By Jennifer Brookland
The second Women’s Leadership Conference held in Shamkir, Azerbaijan produced 23 policy recommendations on gender and women’s issues that participants hope will contribute to making gender equality a reality.
More than 100 people attended the daylong event focused on women’s entrepreneurship and economic leadership, including government officials from several agencies, local NGOs and international organizations.
“Women entrepreneurs represent a powerful source of economic growth and opportunities and I cherish a hope that the recommendations brought forward at this conference will be taken into consideration by decision-makers,” says Ilgar Agassiyev, Counterpart International’s Chief of Party in Azerbaijan.
Counterpart’s Women’s Participation Project (WPP), a two-year initiative funded by the U.S. Agency for International Development, sponsored the conference in cooperation with the State Committee on Family, Women and Children’s Affairs and the Azerbaijani Confederation of Entrepreneurs.
WPP works with a consortium of local organizations to improve the status of women in Azerbaijan by raising public awareness on issues that affect women, and empowering more women to engage in political, social and economic life.
Prosperous women, prosperous communities
Working groups at the conference held vibrant discussions on strengthening women’s participation in local governance, and including women as civil society leaders to strengthen organizations and create more women-focused initiatives.
One group deliberated how to develop women’s entrepreneurship and enhance their economic opportunities by mainstreaming gender equality issues into state programs.
“We should always remember that as one woman’s business prospers, so does her community,” said USAID Mission Director Michael Greene.
Greene pointed out the Government of Azerbaijan’s commitment to supporting women entrepreneurs, noting that it allocated more than $4.6 million to female entrepreneurs during the past ten years and continues to extend them low-interest credit.
“But we need to consolidate our efforts to enhance women’s entrepreneurship even more,” he said.
Though government support for women’s empowerment has been strong, change has been slow to come to Azerbaijan.
Traditional beliefs about women’s roles in society remain a barrier for those who want to pursue education or employment. Girls are increasingly married off at 15 or 16 years old, human trafficking is widespread, and domestic abuse and violence are prevalent.
New awareness of old problems
The first annual Women’s Leadership Conference, held in Azerbaijan’s capital Baku in Nov. 2012, focused more on bringing women into social and civic leadership and empowering them to be decision-makers.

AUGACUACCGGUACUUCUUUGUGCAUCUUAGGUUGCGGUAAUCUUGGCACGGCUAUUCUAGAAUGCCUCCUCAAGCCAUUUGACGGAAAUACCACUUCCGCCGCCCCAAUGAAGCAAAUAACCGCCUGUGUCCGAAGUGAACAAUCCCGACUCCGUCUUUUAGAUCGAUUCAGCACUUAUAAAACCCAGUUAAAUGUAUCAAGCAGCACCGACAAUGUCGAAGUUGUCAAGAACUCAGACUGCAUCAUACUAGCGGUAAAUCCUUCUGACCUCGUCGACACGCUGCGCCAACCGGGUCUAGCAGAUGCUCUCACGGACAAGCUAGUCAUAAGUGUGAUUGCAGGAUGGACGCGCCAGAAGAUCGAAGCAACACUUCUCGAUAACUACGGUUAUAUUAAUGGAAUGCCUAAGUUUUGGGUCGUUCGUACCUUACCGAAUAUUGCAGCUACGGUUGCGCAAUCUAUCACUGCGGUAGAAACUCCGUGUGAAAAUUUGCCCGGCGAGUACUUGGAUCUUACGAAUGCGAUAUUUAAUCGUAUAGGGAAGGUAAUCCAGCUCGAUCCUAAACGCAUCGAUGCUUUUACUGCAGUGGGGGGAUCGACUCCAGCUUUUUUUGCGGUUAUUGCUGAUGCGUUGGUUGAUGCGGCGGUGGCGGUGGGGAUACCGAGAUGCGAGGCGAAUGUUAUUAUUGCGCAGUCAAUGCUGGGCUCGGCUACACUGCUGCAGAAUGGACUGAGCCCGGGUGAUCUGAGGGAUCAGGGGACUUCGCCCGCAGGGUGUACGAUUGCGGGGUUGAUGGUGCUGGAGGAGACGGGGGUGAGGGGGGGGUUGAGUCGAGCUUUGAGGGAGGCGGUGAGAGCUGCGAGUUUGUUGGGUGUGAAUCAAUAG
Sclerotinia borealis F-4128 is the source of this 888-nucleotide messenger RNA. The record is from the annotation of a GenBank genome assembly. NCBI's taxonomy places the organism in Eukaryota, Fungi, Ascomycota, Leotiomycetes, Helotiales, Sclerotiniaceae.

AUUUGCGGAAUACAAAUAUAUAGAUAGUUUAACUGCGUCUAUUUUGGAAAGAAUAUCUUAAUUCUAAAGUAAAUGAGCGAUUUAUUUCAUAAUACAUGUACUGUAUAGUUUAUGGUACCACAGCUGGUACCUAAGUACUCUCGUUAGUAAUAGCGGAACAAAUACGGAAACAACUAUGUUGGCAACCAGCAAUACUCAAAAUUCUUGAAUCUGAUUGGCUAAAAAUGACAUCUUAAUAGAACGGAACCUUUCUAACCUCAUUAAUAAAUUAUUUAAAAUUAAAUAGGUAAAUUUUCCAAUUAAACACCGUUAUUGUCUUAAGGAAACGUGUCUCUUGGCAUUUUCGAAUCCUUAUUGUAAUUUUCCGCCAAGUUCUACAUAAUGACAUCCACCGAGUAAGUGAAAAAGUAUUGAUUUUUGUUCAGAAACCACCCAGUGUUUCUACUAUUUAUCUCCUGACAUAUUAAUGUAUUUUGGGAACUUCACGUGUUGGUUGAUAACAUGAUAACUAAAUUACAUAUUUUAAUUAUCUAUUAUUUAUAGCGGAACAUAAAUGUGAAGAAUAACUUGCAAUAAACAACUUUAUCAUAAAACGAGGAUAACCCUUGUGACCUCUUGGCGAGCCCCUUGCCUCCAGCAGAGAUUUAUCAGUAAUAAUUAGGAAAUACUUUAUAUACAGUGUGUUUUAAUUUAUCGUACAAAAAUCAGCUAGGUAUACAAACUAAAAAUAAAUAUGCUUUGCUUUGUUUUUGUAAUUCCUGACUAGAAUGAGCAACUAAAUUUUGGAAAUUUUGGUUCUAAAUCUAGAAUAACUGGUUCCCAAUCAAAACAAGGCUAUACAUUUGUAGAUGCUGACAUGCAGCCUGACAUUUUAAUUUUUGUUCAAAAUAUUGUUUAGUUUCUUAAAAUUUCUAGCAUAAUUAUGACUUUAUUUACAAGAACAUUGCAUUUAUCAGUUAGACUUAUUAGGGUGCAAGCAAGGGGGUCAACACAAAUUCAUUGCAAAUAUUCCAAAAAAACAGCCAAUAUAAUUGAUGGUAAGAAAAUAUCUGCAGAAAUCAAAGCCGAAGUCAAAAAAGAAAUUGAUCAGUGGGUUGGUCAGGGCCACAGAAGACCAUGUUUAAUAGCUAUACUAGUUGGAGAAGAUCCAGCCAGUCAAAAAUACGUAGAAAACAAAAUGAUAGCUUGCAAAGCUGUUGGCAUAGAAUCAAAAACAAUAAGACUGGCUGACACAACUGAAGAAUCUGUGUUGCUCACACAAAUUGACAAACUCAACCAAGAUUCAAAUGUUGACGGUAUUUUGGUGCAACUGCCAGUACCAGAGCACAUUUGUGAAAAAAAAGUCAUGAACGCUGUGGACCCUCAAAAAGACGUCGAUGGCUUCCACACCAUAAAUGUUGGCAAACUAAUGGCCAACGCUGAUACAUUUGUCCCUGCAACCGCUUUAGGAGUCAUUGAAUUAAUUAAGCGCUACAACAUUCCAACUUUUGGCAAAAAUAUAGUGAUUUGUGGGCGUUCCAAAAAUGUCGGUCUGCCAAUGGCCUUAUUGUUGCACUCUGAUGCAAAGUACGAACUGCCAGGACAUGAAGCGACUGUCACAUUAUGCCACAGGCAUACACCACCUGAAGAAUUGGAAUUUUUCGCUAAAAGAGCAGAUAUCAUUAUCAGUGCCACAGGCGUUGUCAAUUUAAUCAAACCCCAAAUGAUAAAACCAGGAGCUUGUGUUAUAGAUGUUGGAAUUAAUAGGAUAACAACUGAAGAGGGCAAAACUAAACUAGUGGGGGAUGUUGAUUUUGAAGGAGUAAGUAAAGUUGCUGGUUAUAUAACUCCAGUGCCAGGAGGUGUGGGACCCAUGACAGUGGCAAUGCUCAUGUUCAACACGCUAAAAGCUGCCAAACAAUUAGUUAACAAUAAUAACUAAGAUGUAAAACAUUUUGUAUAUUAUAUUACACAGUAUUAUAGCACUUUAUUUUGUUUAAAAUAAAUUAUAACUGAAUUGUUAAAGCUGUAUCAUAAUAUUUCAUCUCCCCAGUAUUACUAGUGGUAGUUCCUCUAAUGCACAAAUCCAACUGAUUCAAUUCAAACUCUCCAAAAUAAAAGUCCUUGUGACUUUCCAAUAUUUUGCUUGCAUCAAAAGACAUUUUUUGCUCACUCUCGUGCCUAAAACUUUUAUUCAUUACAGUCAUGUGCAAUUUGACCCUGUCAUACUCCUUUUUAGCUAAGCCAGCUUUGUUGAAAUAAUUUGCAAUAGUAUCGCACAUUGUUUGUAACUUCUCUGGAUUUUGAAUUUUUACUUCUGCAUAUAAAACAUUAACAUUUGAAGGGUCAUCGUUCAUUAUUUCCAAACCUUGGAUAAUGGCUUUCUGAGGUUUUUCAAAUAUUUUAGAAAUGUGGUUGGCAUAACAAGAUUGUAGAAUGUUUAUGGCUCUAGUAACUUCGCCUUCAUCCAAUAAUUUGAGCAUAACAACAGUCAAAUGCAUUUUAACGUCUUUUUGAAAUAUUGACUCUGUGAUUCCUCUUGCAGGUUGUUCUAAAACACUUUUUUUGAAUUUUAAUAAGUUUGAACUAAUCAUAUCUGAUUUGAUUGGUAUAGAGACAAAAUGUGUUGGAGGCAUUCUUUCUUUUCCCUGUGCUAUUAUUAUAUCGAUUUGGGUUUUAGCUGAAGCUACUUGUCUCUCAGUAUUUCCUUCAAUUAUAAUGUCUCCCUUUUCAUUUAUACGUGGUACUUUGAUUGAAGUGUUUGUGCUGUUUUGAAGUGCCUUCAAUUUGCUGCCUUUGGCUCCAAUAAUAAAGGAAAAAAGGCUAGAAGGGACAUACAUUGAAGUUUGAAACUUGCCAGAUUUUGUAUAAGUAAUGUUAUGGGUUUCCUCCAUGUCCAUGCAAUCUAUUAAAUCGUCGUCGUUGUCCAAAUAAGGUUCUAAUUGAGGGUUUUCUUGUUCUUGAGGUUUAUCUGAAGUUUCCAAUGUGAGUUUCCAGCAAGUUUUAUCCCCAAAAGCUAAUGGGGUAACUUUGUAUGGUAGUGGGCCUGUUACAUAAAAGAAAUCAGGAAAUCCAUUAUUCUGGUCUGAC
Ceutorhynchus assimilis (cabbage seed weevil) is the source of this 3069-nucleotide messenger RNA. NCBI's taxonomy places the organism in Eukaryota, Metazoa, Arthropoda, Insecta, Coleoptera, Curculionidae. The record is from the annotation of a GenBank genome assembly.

That event influenced WPP program activities and campaigns, such as public service announcements addressing topics like early marriage that aired on national television.
Those PSAs were screened during the 2013 conference, reminding participants that the struggle to achieve equal rights and participation for women relies as much on awareness among families and communities as it does on government action.
But official attention to women’s equality and empowerment is a much hoped-for outcome of the conference, especially since recommendations issued at the first conference have yet to be incorporated into legislation.
The 23 new recommendations include municipal-level monitoring of implementation of the Convention on the Elimination of All Forms of Discrimination Against Women, a United Nations agreement commonly described as an international bill of rights for women. Azerbaijan acceded to the convention in 1995.
They also call for a special government program to support and promote women’s entrepreneurship and intensive training programs for public employees on gender equality.
The recommendations were submitted for consideration by the State Committee for Family, Women and Children’s Affairs, and will then go to the Cabinet of Ministers.
They already have some high-level supporters.
“Development of women’s entrepreneurship is a priority for the gender policy of the Azerbaijani Government,” says Sadagat Gahramanova, Deputy Chairman of the State Committee on Family, Women and Children Affairs.
Gahramanova also highlighted the need to provide training for female entrepreneurs—especially those from rural areas working in small and medium-scale businesses—connect them to markets and promote their sales.
“I liked the enthusiasm and efforts the participants put into discussions,” says Malaht Hassanova, a Member of Parliament who pledged to advance and support the recommendations. “These should be important components of efforts directed to supporting gender equality principles and policies in the country.”
Click the links below to watch public service announcements screened during the conference:
The Life Ladder
Raise your voice against domestic violence
Gender Equality Support
The Scale of Rights